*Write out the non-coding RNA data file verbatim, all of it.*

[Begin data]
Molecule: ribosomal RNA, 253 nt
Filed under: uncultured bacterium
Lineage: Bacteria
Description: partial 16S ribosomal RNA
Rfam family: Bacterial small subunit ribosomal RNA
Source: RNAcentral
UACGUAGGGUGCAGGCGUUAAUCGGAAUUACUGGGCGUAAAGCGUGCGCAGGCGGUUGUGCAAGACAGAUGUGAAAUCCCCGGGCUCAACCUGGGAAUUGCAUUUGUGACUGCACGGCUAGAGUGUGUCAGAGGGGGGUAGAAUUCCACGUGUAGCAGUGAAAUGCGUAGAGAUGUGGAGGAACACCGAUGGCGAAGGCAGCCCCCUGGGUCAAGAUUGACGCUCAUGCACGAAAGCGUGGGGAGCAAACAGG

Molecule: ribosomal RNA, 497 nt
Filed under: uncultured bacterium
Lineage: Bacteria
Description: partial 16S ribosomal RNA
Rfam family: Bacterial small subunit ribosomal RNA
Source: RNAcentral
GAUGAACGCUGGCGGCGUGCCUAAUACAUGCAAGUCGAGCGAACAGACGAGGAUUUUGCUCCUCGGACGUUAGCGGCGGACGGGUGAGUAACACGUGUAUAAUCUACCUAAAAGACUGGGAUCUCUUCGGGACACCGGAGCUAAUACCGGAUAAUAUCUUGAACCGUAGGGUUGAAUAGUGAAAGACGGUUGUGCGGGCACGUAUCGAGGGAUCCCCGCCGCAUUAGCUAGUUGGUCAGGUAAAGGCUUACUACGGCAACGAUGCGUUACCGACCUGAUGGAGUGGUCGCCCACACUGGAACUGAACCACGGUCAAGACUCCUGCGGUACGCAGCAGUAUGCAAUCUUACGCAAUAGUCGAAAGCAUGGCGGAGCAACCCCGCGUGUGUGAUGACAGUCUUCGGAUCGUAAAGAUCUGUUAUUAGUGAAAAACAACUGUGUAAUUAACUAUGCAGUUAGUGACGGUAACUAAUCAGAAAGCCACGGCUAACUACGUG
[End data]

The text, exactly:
Molecule: ribosomal RNA, 253 nt
Filed under: uncultured bacterium
Lineage: Bacteria
Description: partial 16S ribosomal RNA
Rfam family: Bacterial small subunit ribosomal RNA
Source: RNAcentral
UACGUAGGGUGCAGGCGUUAAUCGGAAUUACUGGGCGUAAAGCGUGCGCAGGCGGUUGUGCAAGACAGAUGUGAAAUCCCCGGGCUCAACCUGGGAAUUGCAUUUGUGACUGCACGGCUAGAGUGUGUCAGAGGGGGGUAGAAUUCCACGUGUAGCAGUGAAAUGCGUAGAGAUGUGGAGGAACACCGAUGGCGAAGGCAGCCCCCUGGGUCAAGAUUGACGCUCAUGCACGAAAGCGUGGGGAGCAAACAGG

Molecule: ribosomal RNA, 497 nt
Filed under: uncultured bacterium
Lineage: Bacteria
Description: partial 16S ribosomal RNA
Rfam family: Bacterial small subunit ribosomal RNA
Source: RNAcentral
GAUGAACGCUGGCGGCGUGCCUAAUACAUGCAAGUCGAGCGAACAGACGAGGAUUUUGCUCCUCGGACGUUAGCGGCGGACGGGUGAGUAACACGUGUAUAAUCUACCUAAAAGACUGGGAUCUCUUCGGGACACCGGAGCUAAUACCGGAUAAUAUCUUGAACCGUAGGGUUGAAUAGUGAAAGACGGUUGUGCGGGCACGUAUCGAGGGAUCCCCGCCGCAUUAGCUAGUUGGUCAGGUAAAGGCUUACUACGGCAACGAUGCGUUACCGACCUGAUGGAGUGGUCGCCCACACUGGAACUGAACCACGGUCAAGACUCCUGCGGUACGCAGCAGUAUGCAAUCUUACGCAAUAGUCGAAAGCAUGGCGGAGCAACCCCGCGUGUGUGAUGACAGUCUUCGGAUCGUAAAGAUCUGUUAUUAGUGAAAAACAACUGUGUAAUUAACUAUGCAGUUAGUGACGGUAACUAAUCAGAAAGCCACGGCUAACUACGUG